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The Sufferings of the Refugees

From Diary of the American Revolution, Vol II.  Compiled by Frank Moore and published in 1859. September 26.—The unavoidable calamities and distresses of a civil war, that attend even the innocent and inoffensive, are so great, that, unnecessarily and wantonly to add to them, denotes a most malignant and diabolical temper. These reflections are occasioned…

A True Woman

From Diary of the American Revolution, Vol II.  Compiled by Frank Moore and published in 1859. February 8.—Captain S——, lately returned from America to London with an express for government, relates, among many other affecting and uncommon incidents, among the royalists, as well as in the American army, the following narrative of tenderness, evincing to…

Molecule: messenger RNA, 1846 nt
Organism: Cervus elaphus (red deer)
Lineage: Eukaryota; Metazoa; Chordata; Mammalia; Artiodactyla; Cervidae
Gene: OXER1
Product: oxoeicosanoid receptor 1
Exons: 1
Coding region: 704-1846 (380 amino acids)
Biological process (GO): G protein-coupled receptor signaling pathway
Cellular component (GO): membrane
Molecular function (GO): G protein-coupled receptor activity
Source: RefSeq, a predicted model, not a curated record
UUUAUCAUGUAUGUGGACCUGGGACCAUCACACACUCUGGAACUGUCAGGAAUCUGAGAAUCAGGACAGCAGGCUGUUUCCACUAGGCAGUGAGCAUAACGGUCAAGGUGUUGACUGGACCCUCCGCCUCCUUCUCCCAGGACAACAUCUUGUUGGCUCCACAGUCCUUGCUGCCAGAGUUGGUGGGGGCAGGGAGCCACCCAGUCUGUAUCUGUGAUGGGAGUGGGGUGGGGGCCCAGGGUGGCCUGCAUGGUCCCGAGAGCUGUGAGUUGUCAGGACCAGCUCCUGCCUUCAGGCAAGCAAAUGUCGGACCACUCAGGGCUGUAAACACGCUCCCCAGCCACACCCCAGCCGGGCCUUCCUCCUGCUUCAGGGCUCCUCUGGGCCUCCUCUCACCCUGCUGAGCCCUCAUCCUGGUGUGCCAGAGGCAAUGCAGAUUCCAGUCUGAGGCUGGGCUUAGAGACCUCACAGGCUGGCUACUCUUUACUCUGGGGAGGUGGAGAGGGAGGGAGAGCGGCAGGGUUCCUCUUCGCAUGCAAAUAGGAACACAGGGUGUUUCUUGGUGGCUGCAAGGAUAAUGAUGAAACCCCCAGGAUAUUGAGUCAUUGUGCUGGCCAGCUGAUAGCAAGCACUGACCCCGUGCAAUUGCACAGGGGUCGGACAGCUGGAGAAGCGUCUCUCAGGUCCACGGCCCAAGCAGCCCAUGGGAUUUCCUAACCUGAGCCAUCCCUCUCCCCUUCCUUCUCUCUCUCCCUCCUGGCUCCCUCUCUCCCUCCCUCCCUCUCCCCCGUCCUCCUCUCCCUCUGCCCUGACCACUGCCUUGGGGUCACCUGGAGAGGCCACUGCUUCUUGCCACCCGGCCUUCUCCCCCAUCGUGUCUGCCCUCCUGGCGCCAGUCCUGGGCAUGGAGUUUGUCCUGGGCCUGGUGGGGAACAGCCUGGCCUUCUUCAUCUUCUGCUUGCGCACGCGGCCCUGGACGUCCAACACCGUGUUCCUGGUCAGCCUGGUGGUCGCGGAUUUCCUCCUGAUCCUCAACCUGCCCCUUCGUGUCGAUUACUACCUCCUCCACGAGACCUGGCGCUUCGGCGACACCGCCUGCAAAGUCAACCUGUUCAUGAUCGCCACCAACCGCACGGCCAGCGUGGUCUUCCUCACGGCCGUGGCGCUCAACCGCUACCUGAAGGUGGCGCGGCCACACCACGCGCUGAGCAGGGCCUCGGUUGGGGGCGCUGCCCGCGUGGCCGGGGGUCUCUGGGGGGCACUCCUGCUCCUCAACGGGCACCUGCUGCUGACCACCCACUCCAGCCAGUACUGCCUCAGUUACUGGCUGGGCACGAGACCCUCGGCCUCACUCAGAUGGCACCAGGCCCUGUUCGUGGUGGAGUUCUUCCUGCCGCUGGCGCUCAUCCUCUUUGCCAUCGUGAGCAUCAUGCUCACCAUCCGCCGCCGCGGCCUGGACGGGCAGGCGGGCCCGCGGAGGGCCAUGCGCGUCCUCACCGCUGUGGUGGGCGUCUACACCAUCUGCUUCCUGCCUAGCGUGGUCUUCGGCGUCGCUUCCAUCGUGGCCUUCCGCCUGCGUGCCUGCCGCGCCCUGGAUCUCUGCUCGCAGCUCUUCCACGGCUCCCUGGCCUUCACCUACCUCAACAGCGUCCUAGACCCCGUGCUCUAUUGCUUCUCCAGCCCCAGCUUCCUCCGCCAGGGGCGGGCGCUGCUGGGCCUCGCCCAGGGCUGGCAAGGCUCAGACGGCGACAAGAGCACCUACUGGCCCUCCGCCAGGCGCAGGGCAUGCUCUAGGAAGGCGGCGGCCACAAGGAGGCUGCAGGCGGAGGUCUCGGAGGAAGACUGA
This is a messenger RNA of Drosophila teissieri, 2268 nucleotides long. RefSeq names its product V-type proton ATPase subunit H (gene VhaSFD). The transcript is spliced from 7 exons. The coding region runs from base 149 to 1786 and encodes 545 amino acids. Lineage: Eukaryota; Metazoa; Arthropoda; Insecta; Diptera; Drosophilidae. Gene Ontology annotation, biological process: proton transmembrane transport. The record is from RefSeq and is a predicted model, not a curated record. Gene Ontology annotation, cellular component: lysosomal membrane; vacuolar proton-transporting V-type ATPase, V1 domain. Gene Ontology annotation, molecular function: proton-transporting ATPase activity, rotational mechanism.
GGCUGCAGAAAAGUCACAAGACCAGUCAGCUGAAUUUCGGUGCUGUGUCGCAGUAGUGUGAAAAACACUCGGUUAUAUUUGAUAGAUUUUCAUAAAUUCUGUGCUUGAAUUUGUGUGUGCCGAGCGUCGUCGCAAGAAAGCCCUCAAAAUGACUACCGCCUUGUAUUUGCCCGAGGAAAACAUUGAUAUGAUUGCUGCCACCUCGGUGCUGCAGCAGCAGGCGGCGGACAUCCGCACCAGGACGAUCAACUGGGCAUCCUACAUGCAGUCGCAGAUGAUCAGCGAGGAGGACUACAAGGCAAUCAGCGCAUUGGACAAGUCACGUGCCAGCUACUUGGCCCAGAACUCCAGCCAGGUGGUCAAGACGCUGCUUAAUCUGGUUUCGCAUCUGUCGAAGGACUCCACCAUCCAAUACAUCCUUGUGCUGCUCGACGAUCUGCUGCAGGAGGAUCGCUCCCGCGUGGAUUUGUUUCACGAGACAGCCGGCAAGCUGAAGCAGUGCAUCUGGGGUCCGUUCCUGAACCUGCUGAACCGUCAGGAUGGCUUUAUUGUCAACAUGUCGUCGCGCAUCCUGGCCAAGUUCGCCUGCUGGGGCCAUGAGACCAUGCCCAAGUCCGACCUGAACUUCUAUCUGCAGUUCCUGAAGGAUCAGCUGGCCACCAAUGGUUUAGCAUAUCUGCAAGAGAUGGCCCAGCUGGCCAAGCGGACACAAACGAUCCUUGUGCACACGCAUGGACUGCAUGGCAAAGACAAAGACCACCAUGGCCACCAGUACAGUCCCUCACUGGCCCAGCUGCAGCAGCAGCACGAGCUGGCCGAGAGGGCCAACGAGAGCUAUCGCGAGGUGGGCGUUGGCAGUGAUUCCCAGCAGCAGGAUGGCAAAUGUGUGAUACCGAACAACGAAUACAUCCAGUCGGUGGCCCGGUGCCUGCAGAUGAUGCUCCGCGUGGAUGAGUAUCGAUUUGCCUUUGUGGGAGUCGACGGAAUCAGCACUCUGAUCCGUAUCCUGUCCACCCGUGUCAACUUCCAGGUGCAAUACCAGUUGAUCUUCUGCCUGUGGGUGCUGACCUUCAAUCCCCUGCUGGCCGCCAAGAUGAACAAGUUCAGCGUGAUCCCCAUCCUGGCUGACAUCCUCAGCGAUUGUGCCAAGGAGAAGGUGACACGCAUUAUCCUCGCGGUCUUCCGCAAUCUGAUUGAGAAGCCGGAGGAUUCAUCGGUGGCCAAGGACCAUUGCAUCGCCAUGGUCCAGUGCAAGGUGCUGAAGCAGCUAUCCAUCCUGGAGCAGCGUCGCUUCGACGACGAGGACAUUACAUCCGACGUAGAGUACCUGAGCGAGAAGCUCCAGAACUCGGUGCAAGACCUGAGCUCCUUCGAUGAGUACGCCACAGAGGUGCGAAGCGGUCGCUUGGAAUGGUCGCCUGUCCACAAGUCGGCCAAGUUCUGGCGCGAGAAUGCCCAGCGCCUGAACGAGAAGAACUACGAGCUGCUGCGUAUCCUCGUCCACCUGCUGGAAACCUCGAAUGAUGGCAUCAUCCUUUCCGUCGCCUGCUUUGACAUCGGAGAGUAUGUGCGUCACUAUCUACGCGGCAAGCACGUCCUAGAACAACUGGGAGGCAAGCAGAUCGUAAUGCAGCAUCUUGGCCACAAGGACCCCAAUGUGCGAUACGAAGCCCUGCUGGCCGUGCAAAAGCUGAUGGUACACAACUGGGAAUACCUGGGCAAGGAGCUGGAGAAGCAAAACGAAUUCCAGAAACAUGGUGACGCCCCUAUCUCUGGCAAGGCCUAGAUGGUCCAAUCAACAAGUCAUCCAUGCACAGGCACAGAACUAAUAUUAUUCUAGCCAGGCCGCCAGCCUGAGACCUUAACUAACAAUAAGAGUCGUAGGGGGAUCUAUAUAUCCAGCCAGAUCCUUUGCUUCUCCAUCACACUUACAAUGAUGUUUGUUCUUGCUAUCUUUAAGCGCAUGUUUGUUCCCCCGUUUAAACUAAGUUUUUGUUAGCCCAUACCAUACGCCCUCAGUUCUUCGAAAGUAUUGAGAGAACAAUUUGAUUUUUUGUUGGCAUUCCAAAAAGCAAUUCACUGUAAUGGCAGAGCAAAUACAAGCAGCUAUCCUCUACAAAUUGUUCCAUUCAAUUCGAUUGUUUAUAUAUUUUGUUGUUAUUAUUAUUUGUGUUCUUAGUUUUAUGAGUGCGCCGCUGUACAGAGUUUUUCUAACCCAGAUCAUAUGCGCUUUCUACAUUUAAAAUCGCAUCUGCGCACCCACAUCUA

Indians at Minisink

From Diary of the American Revolution, Vol II.  Compiled by Frank Moore and published in 1859. Last Wednesday night [May 9, 1781] a party of Indians, consisting of twenty-five, with two Tory pilots, crossed the river Delaware opposite Minisink, the principal settlement of that country.1 At daybreak they proceeded to the house of Thomas Brink,…

Battle of Fort Motte

From Diary of the American Revolution, Vol II.  Compiled by Frank Moore and published in 1859. The evacuation of Camden animated the friends of Congress, and daily increased their numbers; while the British posts fell in quick succession. The day after the evacuation, the garrison of Orangeburgh, consisting of seventy British militia and twelve regulars,…